UB student attendance for football drops off
Student attendance at Saturday’s game less than half of opening day’s
David Rubino, a senior economics major, showed up at Baird Point for the football tailgate this past Saturday expecting to hang out and pregame with fellow students.
He ended up spending most of his time sparking up conversation with University Police officers.
“The cops were asking where everyone was,” Rubino said. “They were just joking around with us … I’ve never seen a bunch of cops approach people just to joke around with them. But I guess it made sense considering we were one of about 20 people at the parking lot.”
Victor E. Bull tries to excite some fans with a fist bump during Saturday's football game. UB Athletics estimates only 2,000 students attended the game compared to the 5,000 it estimates came to the home opener.
UB Athletics estimates just about 2,000 students attended the Bulls’ game against Nevada Saturday afternoon – far from the roughly 5,000 students it estimates came to the season opener against Albany on Sept. 5. UB Athletics allocates 75 parking spots for cars to park at each tailgate in the parking lot, but only 5-10 cars actually showed up Saturday.
“It’s a little bit of a cause for a concern,” said Todd Garzarelli, senior associate athletic director for external affairs.“Obviously there’s always going to be competing events. But to have such of a drastic drop between the first and second game with more of a competitive product on the field, I think there’s something that’s a loss on it.”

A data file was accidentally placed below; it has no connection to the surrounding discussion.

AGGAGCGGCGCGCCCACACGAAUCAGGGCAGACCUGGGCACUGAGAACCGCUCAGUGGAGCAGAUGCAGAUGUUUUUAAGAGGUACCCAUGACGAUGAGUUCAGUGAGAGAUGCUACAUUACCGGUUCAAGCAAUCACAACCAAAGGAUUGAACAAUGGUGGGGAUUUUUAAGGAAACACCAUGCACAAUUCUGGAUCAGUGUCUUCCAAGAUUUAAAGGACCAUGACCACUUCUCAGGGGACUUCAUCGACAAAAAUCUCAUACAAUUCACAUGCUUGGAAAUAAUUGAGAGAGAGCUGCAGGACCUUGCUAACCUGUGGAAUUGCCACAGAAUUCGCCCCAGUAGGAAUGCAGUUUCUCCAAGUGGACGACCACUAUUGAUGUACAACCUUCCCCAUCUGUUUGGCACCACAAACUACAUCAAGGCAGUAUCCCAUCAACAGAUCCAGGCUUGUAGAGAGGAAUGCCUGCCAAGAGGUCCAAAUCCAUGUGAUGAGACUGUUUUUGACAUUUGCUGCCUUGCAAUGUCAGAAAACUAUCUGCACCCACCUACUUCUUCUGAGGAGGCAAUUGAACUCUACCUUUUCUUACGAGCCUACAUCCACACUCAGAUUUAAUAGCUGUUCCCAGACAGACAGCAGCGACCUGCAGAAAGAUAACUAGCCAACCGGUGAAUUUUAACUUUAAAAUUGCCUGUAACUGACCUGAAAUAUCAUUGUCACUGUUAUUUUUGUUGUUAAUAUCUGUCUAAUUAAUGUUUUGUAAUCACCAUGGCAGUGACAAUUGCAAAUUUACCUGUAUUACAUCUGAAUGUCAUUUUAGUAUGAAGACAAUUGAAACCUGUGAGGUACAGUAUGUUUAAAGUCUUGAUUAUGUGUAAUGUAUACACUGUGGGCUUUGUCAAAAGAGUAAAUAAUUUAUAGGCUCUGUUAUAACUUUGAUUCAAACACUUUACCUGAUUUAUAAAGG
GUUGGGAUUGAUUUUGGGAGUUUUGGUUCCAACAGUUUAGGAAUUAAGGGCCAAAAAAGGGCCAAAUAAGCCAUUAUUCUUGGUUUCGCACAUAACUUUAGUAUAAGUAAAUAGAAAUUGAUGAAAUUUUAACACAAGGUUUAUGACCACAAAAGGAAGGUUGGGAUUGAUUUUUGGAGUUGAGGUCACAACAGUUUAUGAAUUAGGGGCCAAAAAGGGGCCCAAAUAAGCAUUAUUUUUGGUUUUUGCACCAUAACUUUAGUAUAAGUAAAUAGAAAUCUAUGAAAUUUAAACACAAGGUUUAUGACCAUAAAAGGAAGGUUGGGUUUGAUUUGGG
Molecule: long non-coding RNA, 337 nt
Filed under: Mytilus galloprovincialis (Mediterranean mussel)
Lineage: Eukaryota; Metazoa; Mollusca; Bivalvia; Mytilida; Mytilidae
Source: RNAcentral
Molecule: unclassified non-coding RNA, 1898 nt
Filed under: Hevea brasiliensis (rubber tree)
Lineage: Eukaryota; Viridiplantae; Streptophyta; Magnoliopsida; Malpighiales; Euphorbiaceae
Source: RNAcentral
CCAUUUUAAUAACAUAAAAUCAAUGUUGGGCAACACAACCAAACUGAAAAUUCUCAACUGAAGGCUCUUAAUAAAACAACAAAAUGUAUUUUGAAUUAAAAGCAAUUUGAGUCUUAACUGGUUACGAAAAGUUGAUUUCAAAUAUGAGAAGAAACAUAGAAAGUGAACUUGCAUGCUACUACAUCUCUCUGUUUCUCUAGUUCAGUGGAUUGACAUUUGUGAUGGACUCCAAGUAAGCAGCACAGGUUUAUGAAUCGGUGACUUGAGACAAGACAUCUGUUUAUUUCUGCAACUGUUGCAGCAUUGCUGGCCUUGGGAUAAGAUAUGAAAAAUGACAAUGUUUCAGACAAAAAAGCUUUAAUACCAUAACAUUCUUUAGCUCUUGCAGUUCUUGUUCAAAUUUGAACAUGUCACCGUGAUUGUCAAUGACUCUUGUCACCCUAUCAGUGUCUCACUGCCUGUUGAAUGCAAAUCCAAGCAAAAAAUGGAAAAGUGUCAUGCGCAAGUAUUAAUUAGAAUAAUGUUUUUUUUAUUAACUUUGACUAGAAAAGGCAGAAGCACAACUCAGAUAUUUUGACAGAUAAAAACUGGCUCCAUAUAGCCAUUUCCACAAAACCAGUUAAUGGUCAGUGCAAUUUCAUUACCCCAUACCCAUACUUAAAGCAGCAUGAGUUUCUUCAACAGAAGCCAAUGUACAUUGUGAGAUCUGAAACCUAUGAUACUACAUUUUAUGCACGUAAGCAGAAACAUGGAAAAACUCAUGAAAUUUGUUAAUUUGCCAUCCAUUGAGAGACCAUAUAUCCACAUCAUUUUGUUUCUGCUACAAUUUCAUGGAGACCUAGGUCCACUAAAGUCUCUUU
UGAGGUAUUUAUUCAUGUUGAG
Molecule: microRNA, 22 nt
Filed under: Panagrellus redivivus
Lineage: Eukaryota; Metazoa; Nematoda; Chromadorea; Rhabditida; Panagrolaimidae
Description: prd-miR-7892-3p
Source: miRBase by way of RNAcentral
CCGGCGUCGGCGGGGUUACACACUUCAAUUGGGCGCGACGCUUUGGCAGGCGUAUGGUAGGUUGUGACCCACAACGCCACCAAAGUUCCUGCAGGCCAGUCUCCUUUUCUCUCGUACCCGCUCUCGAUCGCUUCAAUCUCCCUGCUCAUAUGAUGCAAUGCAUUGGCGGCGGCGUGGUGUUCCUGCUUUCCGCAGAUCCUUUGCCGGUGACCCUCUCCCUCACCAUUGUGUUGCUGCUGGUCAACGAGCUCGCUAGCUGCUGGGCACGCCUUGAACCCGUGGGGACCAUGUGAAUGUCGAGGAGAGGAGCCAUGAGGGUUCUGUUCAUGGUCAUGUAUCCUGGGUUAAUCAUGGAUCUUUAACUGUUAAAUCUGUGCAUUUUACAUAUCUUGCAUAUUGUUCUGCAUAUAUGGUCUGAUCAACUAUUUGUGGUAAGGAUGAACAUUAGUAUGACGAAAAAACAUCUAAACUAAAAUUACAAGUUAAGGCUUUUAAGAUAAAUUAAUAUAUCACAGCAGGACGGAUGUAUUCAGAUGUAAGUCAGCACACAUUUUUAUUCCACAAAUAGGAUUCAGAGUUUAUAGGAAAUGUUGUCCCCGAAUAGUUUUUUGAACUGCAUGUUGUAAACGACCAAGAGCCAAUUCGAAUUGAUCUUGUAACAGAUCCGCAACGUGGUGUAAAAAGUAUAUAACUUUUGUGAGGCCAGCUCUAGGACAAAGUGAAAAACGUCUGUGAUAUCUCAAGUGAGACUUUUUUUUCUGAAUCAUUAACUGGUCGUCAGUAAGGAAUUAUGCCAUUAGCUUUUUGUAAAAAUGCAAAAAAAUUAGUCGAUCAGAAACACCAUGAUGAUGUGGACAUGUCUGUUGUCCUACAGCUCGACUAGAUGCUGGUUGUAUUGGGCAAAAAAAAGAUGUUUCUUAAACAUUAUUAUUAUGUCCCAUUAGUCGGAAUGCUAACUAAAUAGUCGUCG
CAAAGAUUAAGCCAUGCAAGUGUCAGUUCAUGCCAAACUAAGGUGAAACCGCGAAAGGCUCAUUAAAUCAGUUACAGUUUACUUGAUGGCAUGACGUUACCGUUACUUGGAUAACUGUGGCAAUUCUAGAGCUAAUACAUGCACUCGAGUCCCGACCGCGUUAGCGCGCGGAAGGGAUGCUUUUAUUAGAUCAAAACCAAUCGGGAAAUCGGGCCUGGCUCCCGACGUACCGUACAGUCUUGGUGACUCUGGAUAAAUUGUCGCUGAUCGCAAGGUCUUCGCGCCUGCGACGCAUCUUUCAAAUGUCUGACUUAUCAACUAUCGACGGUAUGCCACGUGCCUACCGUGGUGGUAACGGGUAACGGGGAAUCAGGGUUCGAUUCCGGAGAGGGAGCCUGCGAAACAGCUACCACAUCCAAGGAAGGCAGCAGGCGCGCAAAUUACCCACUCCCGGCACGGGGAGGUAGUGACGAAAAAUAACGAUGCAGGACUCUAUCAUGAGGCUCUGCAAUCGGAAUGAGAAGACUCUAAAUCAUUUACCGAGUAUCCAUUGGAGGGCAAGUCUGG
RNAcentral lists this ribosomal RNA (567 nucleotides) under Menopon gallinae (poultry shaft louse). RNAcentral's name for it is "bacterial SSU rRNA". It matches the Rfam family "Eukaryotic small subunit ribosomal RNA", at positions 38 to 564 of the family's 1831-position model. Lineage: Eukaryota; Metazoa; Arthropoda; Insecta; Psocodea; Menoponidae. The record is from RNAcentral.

The total attendance of the game was 19,072.
It’s no secret that UB is not in the upper-echelon of college football with the programs that have nationally-known pregame festivities, but the program has made progress in the past couple years. UB Athletics improved its game-day atmosphere with the additions of tailgates, a free concert series and promotional giveaways. Buffalo’s attendance ranked second in the Mid-American Conference last season with an average of 20,403 per game.
But this past Saturday’s game against Nevada proved there is still work that needs to be done.
One reason for the low student tailgate turnout Saturday may have been UPD patrols. Although the amount of officers on duty for tailgates this year is same as last year, there were also a few extra contract security personnel checking IDs and advising people about rules, according to Assistant Chief of Police Chris Bartolomei.
Bartolomei said after the Bulls’ first home game Sept. 5 that students should expect to have their IDs checked.
“Underage students in possession of alcohol may be charged with Unlawful Possession, and/or referred to the Student-Wide Judiciary,” Bartolomei said in an email. “In addition, persons providing alcohol to minors may be charged with Unlawfully Dealing with a Child, regardless of whether they themselves are a minor. Unlawfully Dealing with a Child is a Class A Misdemeanor crime.”
But UPD hasn’t made any arrests or written any tickets or citations during the tailgates this season. Bartolomei said students have been very responsible and cooperative with officers and event staff.